19. Gazak, J. Z., Johnson, J. A., Tonry, J., et al. 2012, Adv. Astron., 2012, 30 [Google Scholar]
  20. Hebb, L., Collier-Cameron, A., Loeillet, B., et al. 2009, ApJ, 693, 1920 [NASA ADS] [CrossRef] [Google Scholar]
  21. Helled, R., Anderson, J. D., Schubert, G., & Stevenson, D. J. 2011, Icarus, 216, 440 [NASA ADS] [CrossRef] [Google Scholar]
  22. Hoyer, S., López-Morales, M., Rojo, P., Minniti, D., & Adams, E. R. 2016, MNRAS, 455, 1334 [NASA ADS] [CrossRef] [Google Scholar]
  23. Jiang, I.-G., Lai, C.-Y., Savushkin, A., et al. 2016, AJ, 151, 17 [NASA ADS] [CrossRef] [Google Scholar]
  24. Knutson, H. A., Fulton, B. J., Montet, B. T., et al. 2014, ApJ, 785, 126 [NASA ADS] [CrossRef] [Google Scholar]
  25. Levrard, B., Winisdoerffer, C., & Chabrier, G. 2009, ApJ, 692, L9 [NASA ADS] [CrossRef] [Google Scholar]
  26. Li, S.-L., Miller, N., Lin, D. N. C., & Fortney, J. J. 2010, Nature, 463, 1054 [NASA ADS] [CrossRef] [PubMed] [Google Scholar]
  27. Maciejewski, G., Errmann, R., Raetz, S., et al. 2011, A&A, 528, A65 [NASA ADS] [CrossRef] [EDP Sciences] [Google Scholar]
  28. Maciejewski, G., Dimitrov, D., Seeliger, M., et al. 2013, A&A, 551, A108 [NASA ADS] [CrossRef] [EDP Sciences] [Google Scholar]
  29. Meschiari, S., Wolf, A. S., Rivera, E., et al. 2009, PASP, 121, 1016 [NASA ADS] [CrossRef] [Google Scholar]
  30. Migaszewski, C. 2012, Celest. Mech. Dyn. Astron., 113, 169 [NASA ADS] [CrossRef] [Google Scholar]
  31. Ragozzine, D., & Wolf, A. S. 2009, ApJ, 698, 1778 [NASA ADS] [CrossRef] [Google Scholar]
  32. Schwarz, G. 1978, Ann. Statist., 6, 461 [Google Scholar]
  33. Stevenson, K. B., Bean, J. L., Madhusudhan, N., & Harrington, J. 2014, ApJ, 791, 36 [NASA ADS] [CrossRef] [Google Scholar]

Appendix A: Supplementary materials

Table A.1 presents details of new light curves acquired for the transits of WASP-12 b. Table A.2 lists the mid-transit times for the new light curves. Table A.3 shows the mid-transit times based on the literature data that were used in our study.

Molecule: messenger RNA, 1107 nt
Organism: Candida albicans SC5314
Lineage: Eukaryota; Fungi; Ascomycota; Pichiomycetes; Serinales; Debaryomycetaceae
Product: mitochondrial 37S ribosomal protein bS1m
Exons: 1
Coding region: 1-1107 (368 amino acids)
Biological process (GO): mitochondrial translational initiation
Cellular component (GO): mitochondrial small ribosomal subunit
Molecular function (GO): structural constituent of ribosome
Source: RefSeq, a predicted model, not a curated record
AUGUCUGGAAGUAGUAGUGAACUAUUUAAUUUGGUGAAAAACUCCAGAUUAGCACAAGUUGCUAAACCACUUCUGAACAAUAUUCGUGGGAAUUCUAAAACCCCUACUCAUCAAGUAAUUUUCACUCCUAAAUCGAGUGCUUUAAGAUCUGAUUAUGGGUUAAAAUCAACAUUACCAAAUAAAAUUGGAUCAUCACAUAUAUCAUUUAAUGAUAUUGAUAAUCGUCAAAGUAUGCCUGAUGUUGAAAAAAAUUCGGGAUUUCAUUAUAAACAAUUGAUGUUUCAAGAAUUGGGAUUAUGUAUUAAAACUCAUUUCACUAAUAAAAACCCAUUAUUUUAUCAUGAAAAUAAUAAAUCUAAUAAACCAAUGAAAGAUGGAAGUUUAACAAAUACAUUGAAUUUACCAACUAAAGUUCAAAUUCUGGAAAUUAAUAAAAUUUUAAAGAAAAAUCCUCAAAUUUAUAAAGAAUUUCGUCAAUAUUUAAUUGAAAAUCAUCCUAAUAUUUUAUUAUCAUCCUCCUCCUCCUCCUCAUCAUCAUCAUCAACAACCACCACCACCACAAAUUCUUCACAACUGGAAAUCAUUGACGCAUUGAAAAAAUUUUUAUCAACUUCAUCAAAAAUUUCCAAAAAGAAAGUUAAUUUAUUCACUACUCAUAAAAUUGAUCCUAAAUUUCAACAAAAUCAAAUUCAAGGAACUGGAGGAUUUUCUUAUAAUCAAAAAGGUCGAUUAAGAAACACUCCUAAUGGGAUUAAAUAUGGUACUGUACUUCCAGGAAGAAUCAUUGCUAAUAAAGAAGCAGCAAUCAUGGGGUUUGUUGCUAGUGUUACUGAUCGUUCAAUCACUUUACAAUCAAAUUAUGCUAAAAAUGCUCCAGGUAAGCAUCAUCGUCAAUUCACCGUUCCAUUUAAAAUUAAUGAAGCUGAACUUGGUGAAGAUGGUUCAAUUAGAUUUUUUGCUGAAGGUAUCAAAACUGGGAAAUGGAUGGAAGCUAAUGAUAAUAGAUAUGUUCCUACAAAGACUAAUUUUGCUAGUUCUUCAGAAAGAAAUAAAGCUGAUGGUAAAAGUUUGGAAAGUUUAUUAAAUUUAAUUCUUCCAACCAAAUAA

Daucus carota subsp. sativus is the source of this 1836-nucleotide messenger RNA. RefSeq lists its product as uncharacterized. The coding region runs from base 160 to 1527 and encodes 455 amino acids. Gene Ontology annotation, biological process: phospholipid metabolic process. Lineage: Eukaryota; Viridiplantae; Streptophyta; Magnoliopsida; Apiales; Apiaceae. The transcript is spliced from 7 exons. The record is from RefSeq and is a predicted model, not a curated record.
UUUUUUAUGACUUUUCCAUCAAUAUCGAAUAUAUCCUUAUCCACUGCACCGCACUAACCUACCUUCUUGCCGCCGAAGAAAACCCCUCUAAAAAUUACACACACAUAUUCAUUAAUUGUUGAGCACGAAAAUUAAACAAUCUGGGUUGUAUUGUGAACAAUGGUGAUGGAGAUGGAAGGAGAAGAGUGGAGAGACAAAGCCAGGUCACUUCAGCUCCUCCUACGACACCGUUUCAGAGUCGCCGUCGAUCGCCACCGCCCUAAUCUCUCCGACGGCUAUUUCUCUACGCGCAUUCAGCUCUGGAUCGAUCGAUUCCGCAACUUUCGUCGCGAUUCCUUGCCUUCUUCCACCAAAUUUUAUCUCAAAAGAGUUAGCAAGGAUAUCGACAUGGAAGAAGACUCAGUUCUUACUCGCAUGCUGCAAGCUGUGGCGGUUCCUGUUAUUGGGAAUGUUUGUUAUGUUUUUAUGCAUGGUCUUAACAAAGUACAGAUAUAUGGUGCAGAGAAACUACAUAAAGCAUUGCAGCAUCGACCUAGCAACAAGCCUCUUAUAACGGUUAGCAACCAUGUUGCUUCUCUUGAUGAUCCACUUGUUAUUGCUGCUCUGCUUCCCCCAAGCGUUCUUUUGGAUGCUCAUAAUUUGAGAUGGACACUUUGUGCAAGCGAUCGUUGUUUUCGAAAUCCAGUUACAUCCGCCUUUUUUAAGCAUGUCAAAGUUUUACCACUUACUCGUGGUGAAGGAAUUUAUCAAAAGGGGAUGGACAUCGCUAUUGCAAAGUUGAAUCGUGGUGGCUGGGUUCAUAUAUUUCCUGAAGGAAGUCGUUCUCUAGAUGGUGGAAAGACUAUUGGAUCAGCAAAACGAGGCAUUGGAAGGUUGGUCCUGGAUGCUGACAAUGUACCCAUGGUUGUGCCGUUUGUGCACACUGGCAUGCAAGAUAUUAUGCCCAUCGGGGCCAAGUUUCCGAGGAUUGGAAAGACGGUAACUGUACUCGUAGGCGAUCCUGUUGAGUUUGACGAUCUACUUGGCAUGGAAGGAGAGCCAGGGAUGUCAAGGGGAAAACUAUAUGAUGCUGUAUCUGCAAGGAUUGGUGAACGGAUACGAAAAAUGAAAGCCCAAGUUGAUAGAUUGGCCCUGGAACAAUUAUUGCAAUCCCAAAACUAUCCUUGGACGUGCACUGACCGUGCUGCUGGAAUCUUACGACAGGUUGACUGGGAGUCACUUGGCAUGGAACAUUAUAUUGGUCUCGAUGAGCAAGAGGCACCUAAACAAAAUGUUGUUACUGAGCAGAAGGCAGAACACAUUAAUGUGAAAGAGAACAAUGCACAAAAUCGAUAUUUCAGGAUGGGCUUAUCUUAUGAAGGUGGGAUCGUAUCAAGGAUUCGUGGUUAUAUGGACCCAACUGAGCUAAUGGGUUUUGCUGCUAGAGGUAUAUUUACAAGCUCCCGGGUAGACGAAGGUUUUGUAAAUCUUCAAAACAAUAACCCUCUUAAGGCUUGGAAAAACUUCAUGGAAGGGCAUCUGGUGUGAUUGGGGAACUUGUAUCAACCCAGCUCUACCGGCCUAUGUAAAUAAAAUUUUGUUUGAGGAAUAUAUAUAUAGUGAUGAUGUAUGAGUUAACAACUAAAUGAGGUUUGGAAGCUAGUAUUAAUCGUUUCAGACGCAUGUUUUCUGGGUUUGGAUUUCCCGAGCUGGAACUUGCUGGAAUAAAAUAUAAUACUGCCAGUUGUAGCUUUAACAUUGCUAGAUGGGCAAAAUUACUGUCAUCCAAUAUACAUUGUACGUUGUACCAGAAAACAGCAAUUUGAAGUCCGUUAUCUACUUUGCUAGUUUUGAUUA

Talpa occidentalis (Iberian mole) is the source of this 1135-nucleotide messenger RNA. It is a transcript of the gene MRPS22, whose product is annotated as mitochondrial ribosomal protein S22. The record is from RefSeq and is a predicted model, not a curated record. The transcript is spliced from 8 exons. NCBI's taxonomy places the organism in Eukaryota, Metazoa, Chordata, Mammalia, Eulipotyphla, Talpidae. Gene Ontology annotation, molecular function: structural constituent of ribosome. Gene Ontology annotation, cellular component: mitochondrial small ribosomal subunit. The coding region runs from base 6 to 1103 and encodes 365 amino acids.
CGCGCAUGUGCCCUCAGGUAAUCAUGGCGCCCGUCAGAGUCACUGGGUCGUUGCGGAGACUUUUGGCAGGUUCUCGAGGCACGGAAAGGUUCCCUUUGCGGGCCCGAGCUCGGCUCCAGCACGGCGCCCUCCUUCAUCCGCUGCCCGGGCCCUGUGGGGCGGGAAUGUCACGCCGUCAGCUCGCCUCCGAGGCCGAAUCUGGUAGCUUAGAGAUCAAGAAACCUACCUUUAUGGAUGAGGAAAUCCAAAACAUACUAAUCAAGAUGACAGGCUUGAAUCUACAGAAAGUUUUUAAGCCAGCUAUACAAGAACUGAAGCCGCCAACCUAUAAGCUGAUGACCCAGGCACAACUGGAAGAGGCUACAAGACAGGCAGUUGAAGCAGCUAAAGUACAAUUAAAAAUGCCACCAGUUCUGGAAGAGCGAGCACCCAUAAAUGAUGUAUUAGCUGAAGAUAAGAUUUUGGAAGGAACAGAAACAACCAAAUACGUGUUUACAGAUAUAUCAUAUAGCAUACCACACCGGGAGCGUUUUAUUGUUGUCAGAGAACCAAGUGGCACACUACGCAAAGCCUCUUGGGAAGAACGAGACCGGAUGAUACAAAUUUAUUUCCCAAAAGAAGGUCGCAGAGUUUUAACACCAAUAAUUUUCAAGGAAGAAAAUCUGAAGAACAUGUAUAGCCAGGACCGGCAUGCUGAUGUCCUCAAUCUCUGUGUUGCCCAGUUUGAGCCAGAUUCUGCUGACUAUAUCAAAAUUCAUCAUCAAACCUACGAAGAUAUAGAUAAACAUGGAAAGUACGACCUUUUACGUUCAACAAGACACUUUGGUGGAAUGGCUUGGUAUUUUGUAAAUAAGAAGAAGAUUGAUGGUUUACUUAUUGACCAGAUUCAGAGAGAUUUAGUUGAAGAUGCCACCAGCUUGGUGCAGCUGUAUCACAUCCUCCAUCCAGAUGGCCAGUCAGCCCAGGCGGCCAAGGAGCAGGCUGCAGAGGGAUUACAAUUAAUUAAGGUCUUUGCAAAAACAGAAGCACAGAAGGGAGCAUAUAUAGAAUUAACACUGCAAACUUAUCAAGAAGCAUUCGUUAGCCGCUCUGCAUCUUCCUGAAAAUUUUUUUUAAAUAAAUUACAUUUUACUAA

Table A.1

Details on new light curves obtained by us.

Table A.2

New mid-transit times for individual epochs.

Table A.3

Mid-transit times based on literature data.

All Tables

Table A.1

Details on new light curves obtained by us.

Table A.2

New mid-transit times for individual epochs.

Table A.3

Mid-transit times based on literature data.

All Figures

thumbnail Fig. 1

Left: new transit light curves for WASP-12 b, sorted by observation date. Right: the residuals from the transit model adopted from Maciejewski et al. (2013).

In the text
thumbnail Fig. 2

Transit timing residuals from the linear ephemeris. The black open and filled circles denote literature and new data, respectively. Each point represents a half-season average of individual observations, which are marked with gray dots. The continuous line sketches the quadratic ephemeris discussed in Sect. 3. The dashed line illustrates the periodic signal discussed in Sect. 4. The gray area shows the next observing season, in which new data are expected from which we hope to be able to distinguish between both models.

In the text

Current usage metrics show cumulative count of Article Views (full-text article views including HTML views, PDF and ePub downloads, according to the available data) and Abstracts Views on Vision4Press platform.

Data correspond to usage on the plateform after 2015. The current usage metrics is available 48-96 hours after online publication and is updated daily on week days.

Initial download of the metrics may take a while.